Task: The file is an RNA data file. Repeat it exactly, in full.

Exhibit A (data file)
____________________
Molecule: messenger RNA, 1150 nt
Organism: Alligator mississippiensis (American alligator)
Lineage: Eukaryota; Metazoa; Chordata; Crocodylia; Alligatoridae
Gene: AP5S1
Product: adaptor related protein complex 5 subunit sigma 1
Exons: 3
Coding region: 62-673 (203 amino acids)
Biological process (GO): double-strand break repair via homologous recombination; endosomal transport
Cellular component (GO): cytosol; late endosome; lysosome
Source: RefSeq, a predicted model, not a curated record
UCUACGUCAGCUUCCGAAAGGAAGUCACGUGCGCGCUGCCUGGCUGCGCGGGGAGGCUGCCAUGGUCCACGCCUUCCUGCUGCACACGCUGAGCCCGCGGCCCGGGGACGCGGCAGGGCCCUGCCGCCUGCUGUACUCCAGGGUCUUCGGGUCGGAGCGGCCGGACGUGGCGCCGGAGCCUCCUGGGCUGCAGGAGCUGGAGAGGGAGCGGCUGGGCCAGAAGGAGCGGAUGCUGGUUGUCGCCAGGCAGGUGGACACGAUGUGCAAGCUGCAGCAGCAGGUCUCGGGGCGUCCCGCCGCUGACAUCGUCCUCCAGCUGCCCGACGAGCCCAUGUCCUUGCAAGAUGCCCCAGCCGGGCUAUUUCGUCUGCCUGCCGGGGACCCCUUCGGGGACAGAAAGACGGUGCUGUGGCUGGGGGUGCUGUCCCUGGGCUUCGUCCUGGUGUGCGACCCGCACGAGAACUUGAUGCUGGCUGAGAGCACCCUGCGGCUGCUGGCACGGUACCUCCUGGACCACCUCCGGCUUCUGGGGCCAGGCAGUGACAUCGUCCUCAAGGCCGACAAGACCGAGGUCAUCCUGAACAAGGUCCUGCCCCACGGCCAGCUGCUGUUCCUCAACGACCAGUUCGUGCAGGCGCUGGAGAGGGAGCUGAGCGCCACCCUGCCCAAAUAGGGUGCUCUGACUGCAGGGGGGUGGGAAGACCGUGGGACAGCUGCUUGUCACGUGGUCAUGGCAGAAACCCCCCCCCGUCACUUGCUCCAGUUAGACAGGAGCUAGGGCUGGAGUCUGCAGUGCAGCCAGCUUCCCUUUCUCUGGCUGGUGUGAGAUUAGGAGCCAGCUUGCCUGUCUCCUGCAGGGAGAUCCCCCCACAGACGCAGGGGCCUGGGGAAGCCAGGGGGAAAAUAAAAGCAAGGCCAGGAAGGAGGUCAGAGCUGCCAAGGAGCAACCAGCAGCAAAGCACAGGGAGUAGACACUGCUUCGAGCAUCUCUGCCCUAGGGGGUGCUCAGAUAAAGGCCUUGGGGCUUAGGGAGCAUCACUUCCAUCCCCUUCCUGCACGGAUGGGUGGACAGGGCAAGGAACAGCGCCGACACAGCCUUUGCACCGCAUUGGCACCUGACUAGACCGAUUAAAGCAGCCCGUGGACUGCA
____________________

Molecule: messenger RNA, 1150 nt
Organism: Alligator mississippiensis (American alligator)
Lineage: Eukaryota; Metazoa; Chordata; Crocodylia; Alligatoridae
Gene: AP5S1
Product: adaptor related protein complex 5 subunit sigma 1
Exons: 3
Coding region: 62-673 (203 amino acids)
Biological process (GO): double-strand break repair via homologous recombination; endosomal transport
Cellular component (GO): cytosol; late endosome; lysosome
Source: RefSeq, a predicted model, not a curated record
UCUACGUCAGCUUCCGAAAGGAAGUCACGUGCGCGCUGCCUGGCUGCGCGGGGAGGCUGCCAUGGUCCACGCCUUCCUGCUGCACACGCUGAGCCCGCGGCCCGGGGACGCGGCAGGGCCCUGCCGCCUGCUGUACUCCAGGGUCUUCGGGUCGGAGCGGCCGGACGUGGCGCCGGAGCCUCCUGGGCUGCAGGAGCUGGAGAGGGAGCGGCUGGGCCAGAAGGAGCGGAUGCUGGUUGUCGCCAGGCAGGUGGACACGAUGUGCAAGCUGCAGCAGCAGGUCUCGGGGCGUCCCGCCGCUGACAUCGUCCUCCAGCUGCCCGACGAGCCCAUGUCCUUGCAAGAUGCCCCAGCCGGGCUAUUUCGUCUGCCUGCCGGGGACCCCUUCGGGGACAGAAAGACGGUGCUGUGGCUGGGGGUGCUGUCCCUGGGCUUCGUCCUGGUGUGCGACCCGCACGAGAACUUGAUGCUGGCUGAGAGCACCCUGCGGCUGCUGGCACGGUACCUCCUGGACCACCUCCGGCUUCUGGGGCCAGGCAGUGACAUCGUCCUCAAGGCCGACAAGACCGAGGUCAUCCUGAACAAGGUCCUGCCCCACGGCCAGCUGCUGUUCCUCAACGACCAGUUCGUGCAGGCGCUGGAGAGGGAGCUGAGCGCCACCCUGCCCAAAUAGGGUGCUCUGACUGCAGGGGGGUGGGAAGACCGUGGGACAGCUGCUUGUCACGUGGUCAUGGCAGAAACCCCCCCCCGUCACUUGCUCCAGUUAGACAGGAGCUAGGGCUGGAGUCUGCAGUGCAGCCAGCUUCCCUUUCUCUGGCUGGUGUGAGAUUAGGAGCCAGCUUGCCUGUCUCCUGCAGGGAGAUCCCCCCACAGACGCAGGGGCCUGGGGAAGCCAGGGGGAAAAUAAAAGCAAGGCCAGGAAGGAGGUCAGAGCUGCCAAGGAGCAACCAGCAGCAAAGCACAGGGAGUAGACACUGCUUCGAGCAUCUCUGCCCUAGGGGGUGCUCAGAUAAAGGCCUUGGGGCUUAGGGAGCAUCACUUCCAUCCCCUUCCUGCACGGAUGGGUGGACAGGGCAAGGAACAGCGCCGACACAGCCUUUGCACCGCAUUGGCACCUGACUAGACCGAUUAAAGCAGCCCGUGGACUGCA